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27 of 27 people found the following review helpful By My Kids Mom on January 11, 2009
I normally don't write reviews, but was so disappointed to see a negative review on this movie, I had to write. My daughter has seen ALL of the American Girl movies and this is by far her favorite! She has had it for a week, since it came out, and has watched it 3 times already. As much as she loved the other movies, I think this one proved to be more realistic, more timely for young girls, and taught valuable lessons. I definitely recommend this movie, and think it is well worth the money. Even I enjoyed it with her.
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16 of 17 people found the following review helpful By T. Tillson on September 3, 2009
Verified Purchase
After reading the reviews by homeschooling mothers, I was pretty leary about this movie but I bought it anyway, and was happily surprised. As I figured, the reviewers I read had taken some comments out of context, or had simply misunderstood. The movie does not portray homeschooling negatively at all. Chrissa considers hs-ing so she doesn't have to face the constant bullying in her classroom. She wants to escape it. But others let her know that's no way to deal with the awful situation she finds herself in - escape doesn't solve any problems. And in fact, as her friends point out, by staying away from school she could find herself falling further behind in her work and letting the bullies win. Yes, her father does say, "I'll bet if you're homeschooled, you can't be on the swim team." And Chrissa replies, "Bet you can, too!" They shake hands as a friendly wager but you don't find out who is right because, of course, Chrissa stays in school. (As a trivial bit of info, some states have laws that allow homeschooled students to participate in public school sports. Some don't.) So, enough about the homeschooling aspect of the movie.

The acting is very true to life and the little girl who plays the lead has a great career ahead of her. Strong supporting adult cast, good cinematography, and an interesting plot keep the movie appealing. The way the parents dealt with Chrissa's problem, a little too late in the game, in my opinion, was very realistic. Or at least, they dealt with it the way it should be dealt with.

I think most kids would benefit from watching this movie and seeing how other kids have handled bullying. It was a relief to know that the script tried to portray how a real kid would feel ("I don't want to be a tattletale!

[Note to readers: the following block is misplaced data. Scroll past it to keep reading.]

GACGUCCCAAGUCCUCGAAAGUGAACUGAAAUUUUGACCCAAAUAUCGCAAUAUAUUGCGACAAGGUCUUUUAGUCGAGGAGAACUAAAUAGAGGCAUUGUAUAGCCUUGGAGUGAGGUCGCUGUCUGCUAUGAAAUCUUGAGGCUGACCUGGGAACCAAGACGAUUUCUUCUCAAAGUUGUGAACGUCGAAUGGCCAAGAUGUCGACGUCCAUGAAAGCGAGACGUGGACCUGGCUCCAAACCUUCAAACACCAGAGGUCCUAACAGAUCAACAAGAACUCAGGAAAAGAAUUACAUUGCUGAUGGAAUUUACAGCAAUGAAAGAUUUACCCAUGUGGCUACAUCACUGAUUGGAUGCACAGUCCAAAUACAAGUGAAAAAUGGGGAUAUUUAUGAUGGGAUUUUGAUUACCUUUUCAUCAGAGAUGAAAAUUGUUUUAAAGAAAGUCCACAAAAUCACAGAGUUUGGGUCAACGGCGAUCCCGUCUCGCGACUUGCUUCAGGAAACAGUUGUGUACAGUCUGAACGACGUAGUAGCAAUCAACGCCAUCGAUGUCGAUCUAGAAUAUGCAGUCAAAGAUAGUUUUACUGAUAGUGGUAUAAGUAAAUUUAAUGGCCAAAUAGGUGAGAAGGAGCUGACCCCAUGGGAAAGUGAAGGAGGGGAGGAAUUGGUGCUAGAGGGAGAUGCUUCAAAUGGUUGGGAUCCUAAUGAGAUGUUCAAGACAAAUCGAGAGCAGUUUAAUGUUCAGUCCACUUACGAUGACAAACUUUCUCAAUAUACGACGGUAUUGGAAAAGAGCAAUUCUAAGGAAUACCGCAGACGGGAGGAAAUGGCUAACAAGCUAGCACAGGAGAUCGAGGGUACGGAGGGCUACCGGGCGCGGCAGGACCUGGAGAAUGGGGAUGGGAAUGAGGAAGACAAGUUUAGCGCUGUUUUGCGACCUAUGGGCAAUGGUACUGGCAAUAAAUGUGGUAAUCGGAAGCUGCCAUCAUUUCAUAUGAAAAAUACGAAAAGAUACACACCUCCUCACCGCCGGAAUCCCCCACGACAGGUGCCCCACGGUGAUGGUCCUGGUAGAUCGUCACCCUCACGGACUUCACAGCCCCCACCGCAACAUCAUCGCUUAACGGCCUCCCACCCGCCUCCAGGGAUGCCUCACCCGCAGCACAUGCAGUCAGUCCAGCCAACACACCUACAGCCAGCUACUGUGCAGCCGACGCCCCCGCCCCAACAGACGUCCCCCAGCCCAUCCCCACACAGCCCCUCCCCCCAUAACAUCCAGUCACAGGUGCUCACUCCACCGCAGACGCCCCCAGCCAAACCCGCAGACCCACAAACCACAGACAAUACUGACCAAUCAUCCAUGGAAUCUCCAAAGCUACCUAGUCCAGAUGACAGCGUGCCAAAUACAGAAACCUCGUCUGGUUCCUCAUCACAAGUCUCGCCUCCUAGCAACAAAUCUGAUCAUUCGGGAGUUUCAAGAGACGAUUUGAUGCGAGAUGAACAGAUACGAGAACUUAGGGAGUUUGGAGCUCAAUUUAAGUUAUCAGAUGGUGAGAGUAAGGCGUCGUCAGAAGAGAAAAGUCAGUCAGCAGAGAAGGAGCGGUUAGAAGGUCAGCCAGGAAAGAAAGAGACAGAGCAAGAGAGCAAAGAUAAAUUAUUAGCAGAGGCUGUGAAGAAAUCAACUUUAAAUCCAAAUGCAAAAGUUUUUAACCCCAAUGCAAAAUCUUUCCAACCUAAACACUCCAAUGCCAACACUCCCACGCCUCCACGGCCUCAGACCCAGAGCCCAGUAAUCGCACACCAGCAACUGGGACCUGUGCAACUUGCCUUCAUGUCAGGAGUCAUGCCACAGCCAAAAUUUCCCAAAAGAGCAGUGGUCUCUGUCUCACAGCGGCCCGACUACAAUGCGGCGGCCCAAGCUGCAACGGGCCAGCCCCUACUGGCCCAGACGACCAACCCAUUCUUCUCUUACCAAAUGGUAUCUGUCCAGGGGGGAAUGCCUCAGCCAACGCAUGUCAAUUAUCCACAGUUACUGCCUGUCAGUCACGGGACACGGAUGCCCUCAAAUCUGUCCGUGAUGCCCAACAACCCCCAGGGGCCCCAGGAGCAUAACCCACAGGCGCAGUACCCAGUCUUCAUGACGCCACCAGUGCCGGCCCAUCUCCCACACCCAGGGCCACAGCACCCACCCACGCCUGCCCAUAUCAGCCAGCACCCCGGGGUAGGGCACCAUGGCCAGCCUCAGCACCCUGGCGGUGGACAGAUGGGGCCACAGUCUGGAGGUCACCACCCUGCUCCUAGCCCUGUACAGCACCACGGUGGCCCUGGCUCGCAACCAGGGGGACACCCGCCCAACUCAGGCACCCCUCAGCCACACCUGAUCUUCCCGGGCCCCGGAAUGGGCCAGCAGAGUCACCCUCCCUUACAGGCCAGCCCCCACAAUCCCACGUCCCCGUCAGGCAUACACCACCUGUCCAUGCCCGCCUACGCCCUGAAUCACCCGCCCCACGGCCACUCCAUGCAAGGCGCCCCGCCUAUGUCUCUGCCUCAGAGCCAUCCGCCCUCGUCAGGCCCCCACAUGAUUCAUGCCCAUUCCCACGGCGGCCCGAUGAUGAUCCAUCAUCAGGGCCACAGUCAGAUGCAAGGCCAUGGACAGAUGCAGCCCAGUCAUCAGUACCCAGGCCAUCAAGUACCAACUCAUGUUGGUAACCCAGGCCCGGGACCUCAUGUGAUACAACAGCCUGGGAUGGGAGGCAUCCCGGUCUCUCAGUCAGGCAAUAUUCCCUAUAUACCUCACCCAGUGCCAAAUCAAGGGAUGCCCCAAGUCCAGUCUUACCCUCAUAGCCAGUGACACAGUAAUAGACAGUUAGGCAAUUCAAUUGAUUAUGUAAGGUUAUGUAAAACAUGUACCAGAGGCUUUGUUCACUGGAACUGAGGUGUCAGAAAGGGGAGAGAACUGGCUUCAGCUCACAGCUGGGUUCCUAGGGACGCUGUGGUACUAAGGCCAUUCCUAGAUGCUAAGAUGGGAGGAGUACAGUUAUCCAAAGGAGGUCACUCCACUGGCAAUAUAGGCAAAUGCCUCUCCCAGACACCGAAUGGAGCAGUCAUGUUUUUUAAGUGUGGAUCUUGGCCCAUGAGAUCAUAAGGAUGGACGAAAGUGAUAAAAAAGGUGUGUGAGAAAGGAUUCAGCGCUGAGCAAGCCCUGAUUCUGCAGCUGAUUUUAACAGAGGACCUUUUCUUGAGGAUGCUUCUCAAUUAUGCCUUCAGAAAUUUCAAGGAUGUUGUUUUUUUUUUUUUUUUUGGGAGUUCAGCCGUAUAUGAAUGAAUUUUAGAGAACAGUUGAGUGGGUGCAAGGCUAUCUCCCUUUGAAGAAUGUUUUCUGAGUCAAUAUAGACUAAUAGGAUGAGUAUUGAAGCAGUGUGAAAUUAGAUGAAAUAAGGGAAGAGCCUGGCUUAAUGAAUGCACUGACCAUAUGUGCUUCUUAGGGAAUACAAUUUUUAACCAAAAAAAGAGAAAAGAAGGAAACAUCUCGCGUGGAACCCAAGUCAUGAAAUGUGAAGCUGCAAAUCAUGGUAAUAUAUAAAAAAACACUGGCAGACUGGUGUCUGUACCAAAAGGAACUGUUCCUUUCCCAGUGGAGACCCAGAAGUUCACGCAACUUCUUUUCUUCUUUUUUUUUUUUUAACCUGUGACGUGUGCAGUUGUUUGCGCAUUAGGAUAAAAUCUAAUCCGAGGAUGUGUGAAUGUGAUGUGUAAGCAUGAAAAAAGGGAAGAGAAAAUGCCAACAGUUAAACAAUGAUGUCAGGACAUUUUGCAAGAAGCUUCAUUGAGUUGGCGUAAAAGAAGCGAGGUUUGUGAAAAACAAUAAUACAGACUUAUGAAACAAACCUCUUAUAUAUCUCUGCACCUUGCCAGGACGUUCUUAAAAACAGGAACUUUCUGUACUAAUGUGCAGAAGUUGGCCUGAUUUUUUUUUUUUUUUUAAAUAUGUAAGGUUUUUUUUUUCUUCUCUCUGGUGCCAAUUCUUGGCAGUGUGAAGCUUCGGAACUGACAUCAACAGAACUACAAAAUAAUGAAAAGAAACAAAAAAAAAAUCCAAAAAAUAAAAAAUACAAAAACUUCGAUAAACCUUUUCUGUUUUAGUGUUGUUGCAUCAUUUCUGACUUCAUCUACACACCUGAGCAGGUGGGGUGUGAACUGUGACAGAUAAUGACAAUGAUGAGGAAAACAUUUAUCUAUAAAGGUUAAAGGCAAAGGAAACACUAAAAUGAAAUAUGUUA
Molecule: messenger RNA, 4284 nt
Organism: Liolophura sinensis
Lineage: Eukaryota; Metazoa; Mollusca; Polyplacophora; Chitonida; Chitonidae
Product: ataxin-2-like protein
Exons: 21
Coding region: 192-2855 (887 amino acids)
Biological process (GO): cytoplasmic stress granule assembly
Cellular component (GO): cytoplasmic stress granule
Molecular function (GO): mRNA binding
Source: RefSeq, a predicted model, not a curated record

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12 of 13 people found the following review helpful By MollyRK on February 11, 2009
I have to admit that I was pretty disappointed to learn that instead of considering a film for a historical American Girl characters like Kirsten or Addy, the company opted to spotlight one of the contemporary "Girl of the Year" characters. I didn't really understand or appreciate the fact that they were going for something different when there were plenty of good reasons to write a screenplay about the pioneer era, the Civil War, or New Mexico in the 1800's. However, after watching "An American Girl: Chrissa Stands Strong," the decision seems much more validated, and in fact, this is easily the best film that American Girl has done (which says a lot, considering how much I enjoyed last summer's Great Depression-centered story of Kit Kittredge).

There is a reason why school has become an entirely different and more frightening world for children than it was even just ten years ago. There's a reason why entire seminars have been devoted to training teachers how to be proactive with bullying in today's classrooms. The story of Chrissa--through both the movie and its accompanying books--is ideal for children, parents, and educators to watch together. Believe me, whether you're a kid yourself or someone who works with students on a regular basis, the movie will give you plenty to think about, all told through the eyes of a fictional child who is just one of thousands of targeted students in the real world.

Films about the psychology of female cattiness/bullying have grown considerably more common in recent years, with the made-for-TV film "Odd Girl Out" and theatrical semi-classic "Mean Girls" exploring the concept in different formats.